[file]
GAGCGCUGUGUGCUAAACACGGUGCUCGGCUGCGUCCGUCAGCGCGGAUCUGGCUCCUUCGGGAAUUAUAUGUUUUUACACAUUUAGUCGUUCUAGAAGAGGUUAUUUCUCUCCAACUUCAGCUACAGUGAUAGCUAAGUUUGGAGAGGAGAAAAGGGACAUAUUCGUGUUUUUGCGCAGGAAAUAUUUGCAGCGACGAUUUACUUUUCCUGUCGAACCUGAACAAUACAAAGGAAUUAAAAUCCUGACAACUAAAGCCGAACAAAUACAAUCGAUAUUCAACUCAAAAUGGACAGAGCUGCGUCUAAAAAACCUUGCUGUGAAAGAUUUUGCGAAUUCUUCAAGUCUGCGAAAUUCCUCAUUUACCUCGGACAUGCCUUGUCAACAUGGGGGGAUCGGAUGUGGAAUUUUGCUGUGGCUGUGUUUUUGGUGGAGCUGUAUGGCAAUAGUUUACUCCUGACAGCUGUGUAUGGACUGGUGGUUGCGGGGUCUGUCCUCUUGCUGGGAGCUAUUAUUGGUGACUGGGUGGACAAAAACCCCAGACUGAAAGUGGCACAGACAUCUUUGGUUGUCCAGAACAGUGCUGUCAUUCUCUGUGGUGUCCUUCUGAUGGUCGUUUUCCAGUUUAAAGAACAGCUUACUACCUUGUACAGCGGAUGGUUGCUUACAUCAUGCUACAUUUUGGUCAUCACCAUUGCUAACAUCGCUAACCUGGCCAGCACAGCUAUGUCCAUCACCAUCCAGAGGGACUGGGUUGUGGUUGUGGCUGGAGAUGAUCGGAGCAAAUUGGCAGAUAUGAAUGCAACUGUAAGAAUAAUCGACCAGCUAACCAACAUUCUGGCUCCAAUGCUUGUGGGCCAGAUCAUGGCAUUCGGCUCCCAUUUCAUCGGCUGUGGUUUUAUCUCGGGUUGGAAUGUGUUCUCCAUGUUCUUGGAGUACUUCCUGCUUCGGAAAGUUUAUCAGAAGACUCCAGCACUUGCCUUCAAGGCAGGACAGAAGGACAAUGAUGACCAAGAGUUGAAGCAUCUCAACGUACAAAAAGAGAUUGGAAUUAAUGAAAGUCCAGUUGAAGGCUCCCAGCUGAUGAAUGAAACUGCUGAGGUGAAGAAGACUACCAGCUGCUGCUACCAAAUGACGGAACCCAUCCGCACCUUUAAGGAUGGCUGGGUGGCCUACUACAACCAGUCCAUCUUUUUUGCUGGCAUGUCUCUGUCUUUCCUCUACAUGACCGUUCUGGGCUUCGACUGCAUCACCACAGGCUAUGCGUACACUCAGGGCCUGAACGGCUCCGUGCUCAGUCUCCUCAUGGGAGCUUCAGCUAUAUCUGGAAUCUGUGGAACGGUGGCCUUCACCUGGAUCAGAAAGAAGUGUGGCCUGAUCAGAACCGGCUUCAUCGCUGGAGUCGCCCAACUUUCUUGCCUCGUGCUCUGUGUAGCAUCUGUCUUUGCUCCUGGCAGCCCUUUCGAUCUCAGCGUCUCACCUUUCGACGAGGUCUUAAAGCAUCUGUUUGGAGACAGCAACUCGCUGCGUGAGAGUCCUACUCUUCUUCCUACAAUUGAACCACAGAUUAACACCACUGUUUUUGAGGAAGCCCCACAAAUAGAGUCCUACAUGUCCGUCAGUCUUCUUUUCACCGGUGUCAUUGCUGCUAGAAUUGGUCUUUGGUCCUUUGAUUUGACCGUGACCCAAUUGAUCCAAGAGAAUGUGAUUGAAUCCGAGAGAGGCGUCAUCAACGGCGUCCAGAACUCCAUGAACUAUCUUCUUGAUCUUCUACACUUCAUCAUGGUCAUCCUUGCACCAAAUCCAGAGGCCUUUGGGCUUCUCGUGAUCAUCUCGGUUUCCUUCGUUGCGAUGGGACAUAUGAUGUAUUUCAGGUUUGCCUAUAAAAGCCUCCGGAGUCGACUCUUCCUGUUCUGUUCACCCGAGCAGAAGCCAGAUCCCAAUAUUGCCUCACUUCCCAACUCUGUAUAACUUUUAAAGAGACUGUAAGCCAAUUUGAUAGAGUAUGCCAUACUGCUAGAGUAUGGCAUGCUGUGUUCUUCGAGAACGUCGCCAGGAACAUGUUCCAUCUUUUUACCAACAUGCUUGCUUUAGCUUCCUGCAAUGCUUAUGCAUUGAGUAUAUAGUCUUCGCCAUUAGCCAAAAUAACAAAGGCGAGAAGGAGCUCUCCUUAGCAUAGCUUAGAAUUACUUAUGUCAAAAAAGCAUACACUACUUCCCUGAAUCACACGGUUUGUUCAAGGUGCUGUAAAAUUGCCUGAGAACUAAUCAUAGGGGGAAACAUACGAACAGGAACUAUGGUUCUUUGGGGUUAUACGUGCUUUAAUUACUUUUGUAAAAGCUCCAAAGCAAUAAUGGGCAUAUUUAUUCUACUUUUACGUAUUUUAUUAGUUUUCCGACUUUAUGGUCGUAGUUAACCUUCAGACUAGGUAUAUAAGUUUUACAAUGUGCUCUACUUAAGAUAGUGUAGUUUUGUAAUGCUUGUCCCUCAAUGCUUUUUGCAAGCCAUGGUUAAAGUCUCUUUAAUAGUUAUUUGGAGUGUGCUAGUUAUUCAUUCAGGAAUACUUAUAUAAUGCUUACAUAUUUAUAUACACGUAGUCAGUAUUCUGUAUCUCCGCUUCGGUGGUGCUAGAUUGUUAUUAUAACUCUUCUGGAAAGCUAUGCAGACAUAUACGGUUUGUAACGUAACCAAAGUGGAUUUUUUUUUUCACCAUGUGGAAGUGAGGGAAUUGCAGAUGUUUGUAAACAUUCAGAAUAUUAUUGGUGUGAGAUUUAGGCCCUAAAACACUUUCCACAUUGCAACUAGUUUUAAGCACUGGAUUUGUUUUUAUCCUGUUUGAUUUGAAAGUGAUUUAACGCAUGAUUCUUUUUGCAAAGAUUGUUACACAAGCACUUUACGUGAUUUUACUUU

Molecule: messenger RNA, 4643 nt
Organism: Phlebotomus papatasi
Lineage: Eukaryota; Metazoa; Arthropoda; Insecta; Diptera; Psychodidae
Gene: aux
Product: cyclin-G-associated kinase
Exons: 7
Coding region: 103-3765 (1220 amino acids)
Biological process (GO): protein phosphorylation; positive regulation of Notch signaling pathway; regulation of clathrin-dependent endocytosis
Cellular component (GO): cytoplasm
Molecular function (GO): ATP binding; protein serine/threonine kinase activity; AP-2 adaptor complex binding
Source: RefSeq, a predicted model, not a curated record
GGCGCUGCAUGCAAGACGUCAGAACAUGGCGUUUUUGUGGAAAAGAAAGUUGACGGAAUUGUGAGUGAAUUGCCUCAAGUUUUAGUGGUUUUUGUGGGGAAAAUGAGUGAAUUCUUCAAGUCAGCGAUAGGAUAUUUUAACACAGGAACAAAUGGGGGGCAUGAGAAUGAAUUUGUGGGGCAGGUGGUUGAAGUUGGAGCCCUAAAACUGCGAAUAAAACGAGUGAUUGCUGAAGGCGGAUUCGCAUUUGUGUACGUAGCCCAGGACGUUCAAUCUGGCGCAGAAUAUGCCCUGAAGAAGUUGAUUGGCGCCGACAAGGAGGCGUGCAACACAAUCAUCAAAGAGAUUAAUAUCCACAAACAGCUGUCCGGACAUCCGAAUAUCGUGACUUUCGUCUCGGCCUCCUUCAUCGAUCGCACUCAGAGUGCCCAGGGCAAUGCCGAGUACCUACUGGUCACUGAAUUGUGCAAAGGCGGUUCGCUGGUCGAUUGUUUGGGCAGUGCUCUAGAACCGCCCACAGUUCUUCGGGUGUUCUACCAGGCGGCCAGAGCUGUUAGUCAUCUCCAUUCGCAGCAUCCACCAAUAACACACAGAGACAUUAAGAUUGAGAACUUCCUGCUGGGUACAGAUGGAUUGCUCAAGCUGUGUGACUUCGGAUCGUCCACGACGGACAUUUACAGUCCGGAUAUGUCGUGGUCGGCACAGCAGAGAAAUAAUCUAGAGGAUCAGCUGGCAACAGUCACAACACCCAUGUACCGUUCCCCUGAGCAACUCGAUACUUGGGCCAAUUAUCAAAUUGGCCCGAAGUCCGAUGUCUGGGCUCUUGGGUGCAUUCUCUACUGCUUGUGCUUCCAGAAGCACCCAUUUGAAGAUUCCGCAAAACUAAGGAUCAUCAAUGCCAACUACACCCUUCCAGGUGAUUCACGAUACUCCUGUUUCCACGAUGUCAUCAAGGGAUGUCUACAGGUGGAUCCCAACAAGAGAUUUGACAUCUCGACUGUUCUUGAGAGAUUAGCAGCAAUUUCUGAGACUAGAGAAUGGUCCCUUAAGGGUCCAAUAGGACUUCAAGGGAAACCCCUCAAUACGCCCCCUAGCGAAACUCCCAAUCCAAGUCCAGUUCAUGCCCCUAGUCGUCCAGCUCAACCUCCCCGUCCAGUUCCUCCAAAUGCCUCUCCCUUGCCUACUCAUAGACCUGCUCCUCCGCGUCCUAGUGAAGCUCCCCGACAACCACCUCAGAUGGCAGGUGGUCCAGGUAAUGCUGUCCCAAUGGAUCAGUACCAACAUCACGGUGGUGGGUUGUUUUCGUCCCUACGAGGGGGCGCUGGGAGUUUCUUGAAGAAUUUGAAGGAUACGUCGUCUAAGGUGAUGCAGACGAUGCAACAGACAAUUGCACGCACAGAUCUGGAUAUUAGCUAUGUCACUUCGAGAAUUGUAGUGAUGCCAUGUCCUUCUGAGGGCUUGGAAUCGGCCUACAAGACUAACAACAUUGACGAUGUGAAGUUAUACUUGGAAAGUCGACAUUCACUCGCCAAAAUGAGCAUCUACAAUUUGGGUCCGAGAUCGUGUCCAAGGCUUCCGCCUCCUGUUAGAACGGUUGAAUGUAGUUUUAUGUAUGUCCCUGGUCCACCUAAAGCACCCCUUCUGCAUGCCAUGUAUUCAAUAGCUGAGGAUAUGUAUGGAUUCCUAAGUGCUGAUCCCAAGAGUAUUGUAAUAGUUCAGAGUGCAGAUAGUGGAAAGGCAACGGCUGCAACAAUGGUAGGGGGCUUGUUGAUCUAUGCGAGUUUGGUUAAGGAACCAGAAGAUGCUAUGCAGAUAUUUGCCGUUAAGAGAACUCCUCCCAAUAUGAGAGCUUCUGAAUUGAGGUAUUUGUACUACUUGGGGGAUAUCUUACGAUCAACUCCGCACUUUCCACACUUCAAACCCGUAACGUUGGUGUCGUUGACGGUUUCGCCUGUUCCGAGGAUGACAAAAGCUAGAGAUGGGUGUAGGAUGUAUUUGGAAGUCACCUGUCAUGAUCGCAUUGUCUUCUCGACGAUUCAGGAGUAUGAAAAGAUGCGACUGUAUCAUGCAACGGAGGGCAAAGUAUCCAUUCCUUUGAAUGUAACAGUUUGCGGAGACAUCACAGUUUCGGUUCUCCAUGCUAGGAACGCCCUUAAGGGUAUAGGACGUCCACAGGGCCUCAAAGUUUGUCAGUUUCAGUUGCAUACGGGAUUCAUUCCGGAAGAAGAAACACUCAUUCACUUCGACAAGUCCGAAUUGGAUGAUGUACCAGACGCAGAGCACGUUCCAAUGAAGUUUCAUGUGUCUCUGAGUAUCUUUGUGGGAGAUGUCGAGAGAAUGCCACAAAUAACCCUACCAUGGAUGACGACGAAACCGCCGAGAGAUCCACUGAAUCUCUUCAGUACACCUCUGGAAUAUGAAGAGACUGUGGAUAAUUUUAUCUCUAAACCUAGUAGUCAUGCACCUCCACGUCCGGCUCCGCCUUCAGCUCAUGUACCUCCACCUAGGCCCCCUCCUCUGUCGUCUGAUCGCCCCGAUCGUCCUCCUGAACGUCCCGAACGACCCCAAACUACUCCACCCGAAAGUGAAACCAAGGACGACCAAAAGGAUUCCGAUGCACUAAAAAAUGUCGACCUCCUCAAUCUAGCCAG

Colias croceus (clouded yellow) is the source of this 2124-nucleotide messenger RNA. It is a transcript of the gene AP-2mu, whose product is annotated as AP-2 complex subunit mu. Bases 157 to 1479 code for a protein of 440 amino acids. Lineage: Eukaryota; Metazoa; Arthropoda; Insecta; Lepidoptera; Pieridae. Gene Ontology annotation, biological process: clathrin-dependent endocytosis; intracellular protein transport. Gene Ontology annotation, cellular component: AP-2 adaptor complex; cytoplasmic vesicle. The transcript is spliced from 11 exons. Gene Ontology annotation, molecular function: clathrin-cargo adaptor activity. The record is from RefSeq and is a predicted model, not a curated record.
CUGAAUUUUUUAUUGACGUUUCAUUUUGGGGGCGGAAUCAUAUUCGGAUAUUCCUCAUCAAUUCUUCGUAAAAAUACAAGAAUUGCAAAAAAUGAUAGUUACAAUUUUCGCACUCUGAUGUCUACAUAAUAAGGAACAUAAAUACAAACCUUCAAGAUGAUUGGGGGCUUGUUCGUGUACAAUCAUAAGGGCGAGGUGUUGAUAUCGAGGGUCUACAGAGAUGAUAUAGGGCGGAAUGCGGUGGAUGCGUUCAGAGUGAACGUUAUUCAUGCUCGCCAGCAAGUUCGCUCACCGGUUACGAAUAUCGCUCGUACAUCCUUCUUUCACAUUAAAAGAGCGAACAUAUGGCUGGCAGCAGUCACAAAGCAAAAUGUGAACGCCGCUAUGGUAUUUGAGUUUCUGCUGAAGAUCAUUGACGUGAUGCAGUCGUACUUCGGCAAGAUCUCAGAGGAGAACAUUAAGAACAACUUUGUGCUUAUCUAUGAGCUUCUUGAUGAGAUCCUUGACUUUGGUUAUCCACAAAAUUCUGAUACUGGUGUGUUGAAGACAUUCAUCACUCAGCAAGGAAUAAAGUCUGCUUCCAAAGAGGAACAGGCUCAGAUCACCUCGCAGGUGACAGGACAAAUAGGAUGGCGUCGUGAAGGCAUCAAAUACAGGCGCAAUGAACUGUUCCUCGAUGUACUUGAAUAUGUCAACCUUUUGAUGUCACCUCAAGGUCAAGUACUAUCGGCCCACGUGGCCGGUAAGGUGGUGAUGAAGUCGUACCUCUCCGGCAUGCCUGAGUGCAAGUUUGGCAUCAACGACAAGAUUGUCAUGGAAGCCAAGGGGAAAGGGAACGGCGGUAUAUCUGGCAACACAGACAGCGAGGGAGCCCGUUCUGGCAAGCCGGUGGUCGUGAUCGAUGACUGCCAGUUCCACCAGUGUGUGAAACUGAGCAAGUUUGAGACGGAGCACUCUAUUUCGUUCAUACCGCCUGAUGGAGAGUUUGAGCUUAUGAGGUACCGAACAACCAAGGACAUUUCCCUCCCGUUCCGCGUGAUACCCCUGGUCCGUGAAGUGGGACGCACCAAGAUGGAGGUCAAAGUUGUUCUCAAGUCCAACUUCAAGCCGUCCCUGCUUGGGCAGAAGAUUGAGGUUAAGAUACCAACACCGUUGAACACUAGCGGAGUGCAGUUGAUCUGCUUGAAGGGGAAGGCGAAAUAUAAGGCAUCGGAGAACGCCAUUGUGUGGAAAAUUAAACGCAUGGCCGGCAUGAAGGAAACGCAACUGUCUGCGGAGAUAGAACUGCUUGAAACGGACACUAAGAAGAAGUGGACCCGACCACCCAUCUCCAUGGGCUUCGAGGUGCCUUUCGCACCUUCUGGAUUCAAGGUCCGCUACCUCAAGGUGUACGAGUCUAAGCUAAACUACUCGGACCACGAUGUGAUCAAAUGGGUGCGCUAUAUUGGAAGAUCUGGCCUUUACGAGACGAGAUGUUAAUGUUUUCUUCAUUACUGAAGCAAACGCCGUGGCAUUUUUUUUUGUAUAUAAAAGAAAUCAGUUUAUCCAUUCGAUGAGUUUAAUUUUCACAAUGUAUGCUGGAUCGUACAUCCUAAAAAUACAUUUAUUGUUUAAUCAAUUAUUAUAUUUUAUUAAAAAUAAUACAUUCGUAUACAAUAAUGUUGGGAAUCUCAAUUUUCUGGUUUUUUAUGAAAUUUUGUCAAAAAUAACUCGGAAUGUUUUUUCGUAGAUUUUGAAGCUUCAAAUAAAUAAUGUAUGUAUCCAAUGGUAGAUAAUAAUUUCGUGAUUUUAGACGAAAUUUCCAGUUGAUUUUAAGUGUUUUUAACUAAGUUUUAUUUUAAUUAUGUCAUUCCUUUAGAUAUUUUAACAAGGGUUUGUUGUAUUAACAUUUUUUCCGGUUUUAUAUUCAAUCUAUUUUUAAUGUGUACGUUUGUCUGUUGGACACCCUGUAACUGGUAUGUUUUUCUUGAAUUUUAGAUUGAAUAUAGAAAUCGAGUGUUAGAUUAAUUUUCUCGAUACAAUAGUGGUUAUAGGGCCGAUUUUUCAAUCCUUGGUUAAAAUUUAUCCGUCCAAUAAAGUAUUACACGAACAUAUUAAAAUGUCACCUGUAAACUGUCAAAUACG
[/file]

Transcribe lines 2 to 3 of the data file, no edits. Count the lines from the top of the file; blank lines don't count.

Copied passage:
Molecule: messenger RNA, 4643 nt
Organism: Phlebotomus papatasi